After leaving Indonesia in the bitter fallout of the attempted coup of 1965, Lien Lee dedicated herself to teaching Australian students about her homeland

Virginia Hooker

hooker1.jpg
Early days at the University of Indonesia: Lien (on right) with one of the few other women enrolled for a Law degree in 1957
Lien Lee

‘She had a drive and passion for teaching and ...ability to get amazing results for her students. We learned so much more than the language – culture, traditions and politics as well’. This is how Lisa Buckingham summed up her experience of studying Indonesian language at high school with Mrs Lien Lee. Lisa said her teacher’s dedication and commitment rubbed off on her students and made them want to do their best. Lisa studied Indonesian between 1990 and 1995 and did exceptionally well in her senior high school examinations. She was offered places at several Australian universities and entry to law degrees. But her love of Indonesia and its language steered her away from law and she enrolled in an Arts degree at the University of Melbourne, majoring in Indonesian language as well as history and politics.

Lisa said that one of the attractions of studying with Mrs Lee was participating in special study tours which her teacher organised for them to experience life in Indonesia and to practise their language skills. Before even leaving school Lisa had direct experience of her country of study and the strong desire to return. On a two month stay in Indonesia while at university she had a lengthy stint working in a village in Central Kalimantan as a member of the Australia-Indonesia Institute’s annual Australia-Indonesia Youth Exchange Program. Her in-country experience, strong academic background and solid language skills gave Lisa the edge in many of the positions for which she applied after graduating with a first class honours degree. She accepted a position in the Department of Defence and for the next five years worked in Indonesia-related fields.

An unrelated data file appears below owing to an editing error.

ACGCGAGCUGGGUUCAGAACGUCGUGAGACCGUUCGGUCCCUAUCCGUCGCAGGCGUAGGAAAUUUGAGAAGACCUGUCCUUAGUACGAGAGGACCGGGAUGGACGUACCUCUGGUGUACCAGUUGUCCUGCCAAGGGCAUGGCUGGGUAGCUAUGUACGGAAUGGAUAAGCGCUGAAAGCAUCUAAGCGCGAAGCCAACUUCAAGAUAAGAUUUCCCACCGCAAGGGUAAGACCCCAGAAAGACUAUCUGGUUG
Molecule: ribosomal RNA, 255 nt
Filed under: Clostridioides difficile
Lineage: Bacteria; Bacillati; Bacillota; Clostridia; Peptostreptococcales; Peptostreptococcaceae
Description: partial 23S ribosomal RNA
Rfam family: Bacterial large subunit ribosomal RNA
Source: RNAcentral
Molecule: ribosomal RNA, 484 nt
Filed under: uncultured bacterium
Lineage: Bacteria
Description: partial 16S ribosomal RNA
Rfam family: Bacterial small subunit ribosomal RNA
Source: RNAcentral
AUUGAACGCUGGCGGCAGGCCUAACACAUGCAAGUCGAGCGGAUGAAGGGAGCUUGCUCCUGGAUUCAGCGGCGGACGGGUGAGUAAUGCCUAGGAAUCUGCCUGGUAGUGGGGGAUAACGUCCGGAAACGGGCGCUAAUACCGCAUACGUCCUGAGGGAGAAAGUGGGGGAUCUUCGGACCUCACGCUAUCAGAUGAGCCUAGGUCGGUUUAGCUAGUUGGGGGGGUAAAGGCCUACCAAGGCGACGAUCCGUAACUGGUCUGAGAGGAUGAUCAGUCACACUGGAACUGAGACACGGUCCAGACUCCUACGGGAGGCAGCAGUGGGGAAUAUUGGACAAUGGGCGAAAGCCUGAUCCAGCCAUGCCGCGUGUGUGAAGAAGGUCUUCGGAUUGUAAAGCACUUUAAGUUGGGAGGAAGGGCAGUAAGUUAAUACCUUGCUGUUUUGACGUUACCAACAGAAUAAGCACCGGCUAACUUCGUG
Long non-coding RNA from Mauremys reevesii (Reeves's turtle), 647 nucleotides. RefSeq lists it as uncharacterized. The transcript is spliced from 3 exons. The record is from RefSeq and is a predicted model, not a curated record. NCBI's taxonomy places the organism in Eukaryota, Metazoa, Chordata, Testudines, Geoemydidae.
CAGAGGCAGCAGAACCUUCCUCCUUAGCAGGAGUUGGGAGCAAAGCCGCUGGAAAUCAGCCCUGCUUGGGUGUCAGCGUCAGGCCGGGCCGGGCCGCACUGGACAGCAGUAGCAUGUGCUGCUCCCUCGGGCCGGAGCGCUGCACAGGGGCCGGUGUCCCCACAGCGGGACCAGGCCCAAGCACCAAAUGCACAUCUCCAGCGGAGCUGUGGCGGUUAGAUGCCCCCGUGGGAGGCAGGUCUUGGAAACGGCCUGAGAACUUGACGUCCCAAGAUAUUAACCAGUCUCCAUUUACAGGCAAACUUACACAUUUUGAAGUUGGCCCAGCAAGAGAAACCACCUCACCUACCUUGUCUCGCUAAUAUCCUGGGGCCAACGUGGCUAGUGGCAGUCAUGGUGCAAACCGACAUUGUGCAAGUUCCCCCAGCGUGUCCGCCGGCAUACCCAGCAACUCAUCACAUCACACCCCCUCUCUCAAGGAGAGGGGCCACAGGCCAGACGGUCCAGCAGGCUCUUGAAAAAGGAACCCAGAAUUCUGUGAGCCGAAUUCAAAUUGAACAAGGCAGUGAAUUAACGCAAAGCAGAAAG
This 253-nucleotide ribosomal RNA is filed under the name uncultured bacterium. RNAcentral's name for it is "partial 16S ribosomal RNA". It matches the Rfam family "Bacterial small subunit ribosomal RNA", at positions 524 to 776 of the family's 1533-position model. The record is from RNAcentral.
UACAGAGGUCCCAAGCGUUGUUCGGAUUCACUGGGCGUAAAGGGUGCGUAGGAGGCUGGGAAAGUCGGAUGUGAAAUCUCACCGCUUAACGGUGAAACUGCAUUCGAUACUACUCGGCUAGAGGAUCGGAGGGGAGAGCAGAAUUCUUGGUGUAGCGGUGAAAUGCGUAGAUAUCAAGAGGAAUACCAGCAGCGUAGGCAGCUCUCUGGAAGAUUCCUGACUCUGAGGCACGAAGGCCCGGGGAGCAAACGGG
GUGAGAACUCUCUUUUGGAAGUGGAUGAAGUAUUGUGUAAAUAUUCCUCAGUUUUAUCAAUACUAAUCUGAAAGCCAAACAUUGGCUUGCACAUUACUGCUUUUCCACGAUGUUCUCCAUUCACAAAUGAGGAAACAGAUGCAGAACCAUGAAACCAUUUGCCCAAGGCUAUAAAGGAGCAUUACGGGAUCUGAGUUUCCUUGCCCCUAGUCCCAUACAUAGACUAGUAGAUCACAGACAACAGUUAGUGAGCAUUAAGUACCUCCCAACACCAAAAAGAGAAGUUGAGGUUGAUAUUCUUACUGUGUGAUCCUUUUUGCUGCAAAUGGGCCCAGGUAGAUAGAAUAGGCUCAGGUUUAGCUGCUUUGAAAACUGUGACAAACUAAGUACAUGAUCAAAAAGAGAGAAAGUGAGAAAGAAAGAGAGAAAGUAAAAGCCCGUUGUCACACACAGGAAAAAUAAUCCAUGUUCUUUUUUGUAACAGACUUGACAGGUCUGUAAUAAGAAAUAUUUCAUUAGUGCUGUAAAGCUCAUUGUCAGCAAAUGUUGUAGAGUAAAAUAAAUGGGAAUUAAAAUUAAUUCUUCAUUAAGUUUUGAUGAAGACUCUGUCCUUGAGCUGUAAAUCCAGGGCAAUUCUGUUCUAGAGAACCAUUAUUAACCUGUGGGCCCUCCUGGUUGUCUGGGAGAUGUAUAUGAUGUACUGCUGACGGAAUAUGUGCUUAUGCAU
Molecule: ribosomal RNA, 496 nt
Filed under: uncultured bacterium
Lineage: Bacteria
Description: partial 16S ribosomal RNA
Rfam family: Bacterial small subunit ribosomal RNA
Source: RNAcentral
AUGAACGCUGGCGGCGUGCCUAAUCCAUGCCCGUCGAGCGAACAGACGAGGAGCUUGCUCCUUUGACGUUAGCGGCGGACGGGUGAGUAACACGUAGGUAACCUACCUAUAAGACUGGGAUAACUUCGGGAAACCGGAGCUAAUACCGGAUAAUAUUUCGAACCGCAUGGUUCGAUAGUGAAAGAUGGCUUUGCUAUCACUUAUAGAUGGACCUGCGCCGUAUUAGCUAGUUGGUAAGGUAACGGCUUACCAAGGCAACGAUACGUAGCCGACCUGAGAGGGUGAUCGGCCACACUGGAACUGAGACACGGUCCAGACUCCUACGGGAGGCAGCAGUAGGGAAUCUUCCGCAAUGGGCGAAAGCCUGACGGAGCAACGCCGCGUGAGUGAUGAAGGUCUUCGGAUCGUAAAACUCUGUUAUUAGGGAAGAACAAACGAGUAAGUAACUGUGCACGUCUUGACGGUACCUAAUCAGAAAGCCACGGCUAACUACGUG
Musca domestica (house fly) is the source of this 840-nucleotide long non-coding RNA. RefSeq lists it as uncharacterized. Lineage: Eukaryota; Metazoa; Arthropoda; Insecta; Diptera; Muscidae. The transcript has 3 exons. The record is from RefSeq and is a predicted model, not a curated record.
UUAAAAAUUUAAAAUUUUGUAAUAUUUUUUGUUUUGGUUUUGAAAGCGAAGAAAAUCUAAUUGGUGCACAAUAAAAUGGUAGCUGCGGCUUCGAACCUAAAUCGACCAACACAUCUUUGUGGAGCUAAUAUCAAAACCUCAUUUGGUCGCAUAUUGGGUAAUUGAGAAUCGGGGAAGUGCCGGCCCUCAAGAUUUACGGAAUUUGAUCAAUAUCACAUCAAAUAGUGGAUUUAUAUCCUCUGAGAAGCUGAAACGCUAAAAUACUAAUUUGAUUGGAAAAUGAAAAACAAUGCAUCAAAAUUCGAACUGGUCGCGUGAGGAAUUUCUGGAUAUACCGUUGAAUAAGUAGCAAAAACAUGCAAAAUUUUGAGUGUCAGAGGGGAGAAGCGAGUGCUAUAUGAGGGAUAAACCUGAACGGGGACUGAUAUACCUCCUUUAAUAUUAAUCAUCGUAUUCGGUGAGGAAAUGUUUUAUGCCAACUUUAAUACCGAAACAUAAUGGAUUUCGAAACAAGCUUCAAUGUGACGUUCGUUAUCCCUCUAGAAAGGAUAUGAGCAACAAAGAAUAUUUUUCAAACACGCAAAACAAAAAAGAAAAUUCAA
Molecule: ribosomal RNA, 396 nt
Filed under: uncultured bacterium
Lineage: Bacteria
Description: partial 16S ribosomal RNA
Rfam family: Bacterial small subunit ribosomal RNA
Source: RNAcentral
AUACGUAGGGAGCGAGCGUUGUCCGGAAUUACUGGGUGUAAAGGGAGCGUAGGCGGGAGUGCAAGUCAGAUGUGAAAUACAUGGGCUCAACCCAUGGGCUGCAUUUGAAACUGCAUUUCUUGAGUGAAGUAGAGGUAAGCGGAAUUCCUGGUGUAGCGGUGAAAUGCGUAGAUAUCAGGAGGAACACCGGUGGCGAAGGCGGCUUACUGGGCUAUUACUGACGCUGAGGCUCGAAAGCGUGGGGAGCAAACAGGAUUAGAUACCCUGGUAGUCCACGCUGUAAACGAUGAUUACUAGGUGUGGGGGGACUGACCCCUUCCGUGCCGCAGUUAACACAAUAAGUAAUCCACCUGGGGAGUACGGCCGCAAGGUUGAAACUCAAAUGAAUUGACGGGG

Lisa Buckingham is not the only one of Lien Lee’s students who continued to study Indonesian after leaving school. A high proportion of them were inspired to seek careers in Indonesia-related fields as economists, analysts and academics. Several went on to become Indonesian teachers themselves. Lien’s students ascribe their love of Indonesian and their desire to continue their studies directly to their teacher’s approach and dedication. Considering that in 2010 the number of students across Australia studying Indonesian in their final year of high school has halved since 2000, hers is a truly remarkable achievement.

Lien was not always an Indonesian teacher. Before 1966 her life in Indonesia was set on a very different path until a quirk of fate intervened. Lien’s life-story is moving and the challenges she faced might have overwhelmed many others in her situation. But for Lien challenges and obstacles are there to be overcome, usually in a way which helps others. Her former colleagues and students regard her with warm affection and all admire her intelligence and enthusiasm. These were the qualities she brought to her new life in Australia and to her teaching career.

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And if you go to Singapore...

You can watch the amazing Broadway musical of the Lion King at Marina Bay Sands. Top mark!



Ken Robinson says schools kill creativity

Sir Ken Robinson makes an entertaining and profoundly moving case for creating an education system that nurtures (rather than undermines) creativity.